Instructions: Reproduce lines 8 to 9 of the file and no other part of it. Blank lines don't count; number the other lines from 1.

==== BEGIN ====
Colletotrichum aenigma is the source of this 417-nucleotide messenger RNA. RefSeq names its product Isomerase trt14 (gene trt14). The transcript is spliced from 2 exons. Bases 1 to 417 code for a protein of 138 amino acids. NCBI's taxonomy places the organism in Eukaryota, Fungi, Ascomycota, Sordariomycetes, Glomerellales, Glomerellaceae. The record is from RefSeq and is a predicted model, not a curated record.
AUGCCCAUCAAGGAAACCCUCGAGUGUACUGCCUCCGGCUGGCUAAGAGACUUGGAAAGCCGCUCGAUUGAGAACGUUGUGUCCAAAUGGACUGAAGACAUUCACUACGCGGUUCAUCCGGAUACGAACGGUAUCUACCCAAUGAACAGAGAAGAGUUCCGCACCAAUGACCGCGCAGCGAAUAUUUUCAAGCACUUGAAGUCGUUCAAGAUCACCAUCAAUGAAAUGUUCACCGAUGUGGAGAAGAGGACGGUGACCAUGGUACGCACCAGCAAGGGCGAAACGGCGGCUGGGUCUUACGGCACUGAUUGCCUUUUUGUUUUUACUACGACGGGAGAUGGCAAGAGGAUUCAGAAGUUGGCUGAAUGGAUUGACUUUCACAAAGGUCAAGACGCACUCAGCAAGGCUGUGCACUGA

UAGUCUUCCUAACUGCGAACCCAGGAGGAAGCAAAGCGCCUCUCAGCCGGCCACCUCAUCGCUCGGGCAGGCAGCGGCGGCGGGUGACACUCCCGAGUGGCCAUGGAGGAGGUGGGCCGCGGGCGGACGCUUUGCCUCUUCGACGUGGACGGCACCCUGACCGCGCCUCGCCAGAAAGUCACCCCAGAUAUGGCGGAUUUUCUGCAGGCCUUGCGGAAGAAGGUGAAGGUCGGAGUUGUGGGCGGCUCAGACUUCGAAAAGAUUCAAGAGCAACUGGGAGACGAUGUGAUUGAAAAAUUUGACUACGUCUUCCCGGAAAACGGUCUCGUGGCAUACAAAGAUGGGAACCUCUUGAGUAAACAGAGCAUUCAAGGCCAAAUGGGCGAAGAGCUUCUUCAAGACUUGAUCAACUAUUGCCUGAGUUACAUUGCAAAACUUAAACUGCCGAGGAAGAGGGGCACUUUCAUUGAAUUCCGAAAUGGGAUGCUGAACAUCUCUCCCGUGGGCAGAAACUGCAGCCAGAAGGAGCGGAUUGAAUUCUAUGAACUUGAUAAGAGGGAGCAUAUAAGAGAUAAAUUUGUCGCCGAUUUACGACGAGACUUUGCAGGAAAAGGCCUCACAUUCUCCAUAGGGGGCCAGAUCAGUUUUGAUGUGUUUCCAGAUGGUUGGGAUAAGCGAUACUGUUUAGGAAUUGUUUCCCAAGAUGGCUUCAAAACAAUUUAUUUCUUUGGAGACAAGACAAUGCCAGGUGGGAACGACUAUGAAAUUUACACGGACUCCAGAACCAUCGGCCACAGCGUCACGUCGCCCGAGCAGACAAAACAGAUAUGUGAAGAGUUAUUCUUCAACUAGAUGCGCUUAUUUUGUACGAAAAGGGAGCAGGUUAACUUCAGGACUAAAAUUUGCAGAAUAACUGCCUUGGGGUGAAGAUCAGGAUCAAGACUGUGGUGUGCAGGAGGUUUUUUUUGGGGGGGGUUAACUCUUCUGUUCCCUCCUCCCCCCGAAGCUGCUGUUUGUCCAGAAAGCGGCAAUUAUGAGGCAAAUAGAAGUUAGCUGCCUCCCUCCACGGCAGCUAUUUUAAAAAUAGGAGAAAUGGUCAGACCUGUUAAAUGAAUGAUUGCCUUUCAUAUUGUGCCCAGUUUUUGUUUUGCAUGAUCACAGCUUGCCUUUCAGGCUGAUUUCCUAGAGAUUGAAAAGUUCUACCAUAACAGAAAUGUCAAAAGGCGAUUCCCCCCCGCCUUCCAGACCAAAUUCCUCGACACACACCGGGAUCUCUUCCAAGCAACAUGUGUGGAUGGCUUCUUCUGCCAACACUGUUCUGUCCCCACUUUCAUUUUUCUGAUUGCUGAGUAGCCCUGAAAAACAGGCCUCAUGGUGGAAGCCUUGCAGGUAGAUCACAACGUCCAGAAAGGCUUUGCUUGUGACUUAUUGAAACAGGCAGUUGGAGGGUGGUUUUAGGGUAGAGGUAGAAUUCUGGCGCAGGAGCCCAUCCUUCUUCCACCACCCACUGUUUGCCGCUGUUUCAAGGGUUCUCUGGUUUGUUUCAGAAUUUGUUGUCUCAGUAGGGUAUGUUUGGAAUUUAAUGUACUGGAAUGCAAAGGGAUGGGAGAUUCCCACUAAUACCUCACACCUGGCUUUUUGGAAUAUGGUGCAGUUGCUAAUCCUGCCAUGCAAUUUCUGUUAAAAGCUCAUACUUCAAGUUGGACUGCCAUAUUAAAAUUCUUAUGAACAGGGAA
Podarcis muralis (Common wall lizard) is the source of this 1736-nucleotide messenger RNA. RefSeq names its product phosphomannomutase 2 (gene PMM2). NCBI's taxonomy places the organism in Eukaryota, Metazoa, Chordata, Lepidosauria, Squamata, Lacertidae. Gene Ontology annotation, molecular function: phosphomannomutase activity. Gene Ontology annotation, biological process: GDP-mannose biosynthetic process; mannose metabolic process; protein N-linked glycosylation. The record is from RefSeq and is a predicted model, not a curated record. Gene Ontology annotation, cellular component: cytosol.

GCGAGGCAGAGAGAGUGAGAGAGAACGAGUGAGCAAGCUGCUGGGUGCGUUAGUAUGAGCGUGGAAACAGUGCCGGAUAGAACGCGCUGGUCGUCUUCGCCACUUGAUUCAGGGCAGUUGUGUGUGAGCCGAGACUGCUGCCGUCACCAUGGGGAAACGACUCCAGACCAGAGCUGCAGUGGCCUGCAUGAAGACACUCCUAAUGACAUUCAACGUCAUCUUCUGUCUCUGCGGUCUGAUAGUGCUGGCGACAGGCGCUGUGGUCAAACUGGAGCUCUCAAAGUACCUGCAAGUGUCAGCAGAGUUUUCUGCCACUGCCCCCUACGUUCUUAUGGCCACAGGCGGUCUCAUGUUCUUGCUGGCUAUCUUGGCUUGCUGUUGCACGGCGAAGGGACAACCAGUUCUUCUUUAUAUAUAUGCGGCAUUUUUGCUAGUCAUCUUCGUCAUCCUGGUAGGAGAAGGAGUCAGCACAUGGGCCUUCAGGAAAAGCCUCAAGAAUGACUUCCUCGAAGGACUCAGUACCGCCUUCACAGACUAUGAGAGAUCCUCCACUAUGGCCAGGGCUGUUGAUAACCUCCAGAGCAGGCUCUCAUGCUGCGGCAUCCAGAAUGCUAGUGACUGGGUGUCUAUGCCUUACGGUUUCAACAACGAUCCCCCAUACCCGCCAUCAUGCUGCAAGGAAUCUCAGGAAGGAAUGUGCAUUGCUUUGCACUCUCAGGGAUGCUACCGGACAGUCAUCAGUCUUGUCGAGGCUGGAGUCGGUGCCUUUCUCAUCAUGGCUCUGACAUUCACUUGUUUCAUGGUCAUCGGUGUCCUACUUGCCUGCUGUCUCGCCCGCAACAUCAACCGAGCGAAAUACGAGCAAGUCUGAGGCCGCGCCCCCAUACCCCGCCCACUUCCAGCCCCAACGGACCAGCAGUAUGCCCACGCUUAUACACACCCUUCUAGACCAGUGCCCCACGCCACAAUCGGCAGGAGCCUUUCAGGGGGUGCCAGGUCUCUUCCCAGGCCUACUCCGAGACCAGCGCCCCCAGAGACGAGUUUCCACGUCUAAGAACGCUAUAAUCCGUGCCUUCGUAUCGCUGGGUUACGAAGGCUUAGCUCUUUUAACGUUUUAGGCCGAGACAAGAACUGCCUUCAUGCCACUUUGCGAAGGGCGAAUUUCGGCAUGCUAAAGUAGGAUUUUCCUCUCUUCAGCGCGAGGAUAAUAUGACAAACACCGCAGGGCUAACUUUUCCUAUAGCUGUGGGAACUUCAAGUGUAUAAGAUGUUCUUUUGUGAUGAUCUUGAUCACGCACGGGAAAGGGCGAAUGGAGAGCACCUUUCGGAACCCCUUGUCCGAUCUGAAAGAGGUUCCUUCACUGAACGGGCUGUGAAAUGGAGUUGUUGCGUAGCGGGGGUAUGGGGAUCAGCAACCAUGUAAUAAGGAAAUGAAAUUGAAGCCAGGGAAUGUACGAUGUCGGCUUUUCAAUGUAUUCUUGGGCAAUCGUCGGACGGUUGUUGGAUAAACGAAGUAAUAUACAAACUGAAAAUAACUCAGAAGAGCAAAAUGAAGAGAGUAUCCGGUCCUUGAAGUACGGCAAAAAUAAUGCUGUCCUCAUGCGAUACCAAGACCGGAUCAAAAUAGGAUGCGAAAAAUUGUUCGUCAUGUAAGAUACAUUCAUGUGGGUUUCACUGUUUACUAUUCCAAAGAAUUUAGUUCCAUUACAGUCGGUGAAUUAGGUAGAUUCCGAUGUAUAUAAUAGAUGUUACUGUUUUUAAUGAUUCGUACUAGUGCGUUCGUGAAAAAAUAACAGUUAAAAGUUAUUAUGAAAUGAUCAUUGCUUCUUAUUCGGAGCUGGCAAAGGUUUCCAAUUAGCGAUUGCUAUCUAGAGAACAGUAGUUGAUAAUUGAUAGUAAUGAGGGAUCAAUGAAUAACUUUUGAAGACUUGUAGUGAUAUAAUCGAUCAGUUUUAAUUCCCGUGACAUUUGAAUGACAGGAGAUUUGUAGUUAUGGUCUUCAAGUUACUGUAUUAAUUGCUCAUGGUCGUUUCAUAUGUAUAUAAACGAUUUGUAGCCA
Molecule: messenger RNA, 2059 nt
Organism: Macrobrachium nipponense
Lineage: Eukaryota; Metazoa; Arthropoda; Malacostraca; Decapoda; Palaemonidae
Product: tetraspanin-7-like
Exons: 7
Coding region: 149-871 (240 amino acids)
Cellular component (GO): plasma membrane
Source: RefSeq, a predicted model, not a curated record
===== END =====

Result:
Lineage: Eukaryota; Metazoa; Arthropoda; Malacostraca; Decapoda; Palaemonidae
Product: tetraspanin-7-like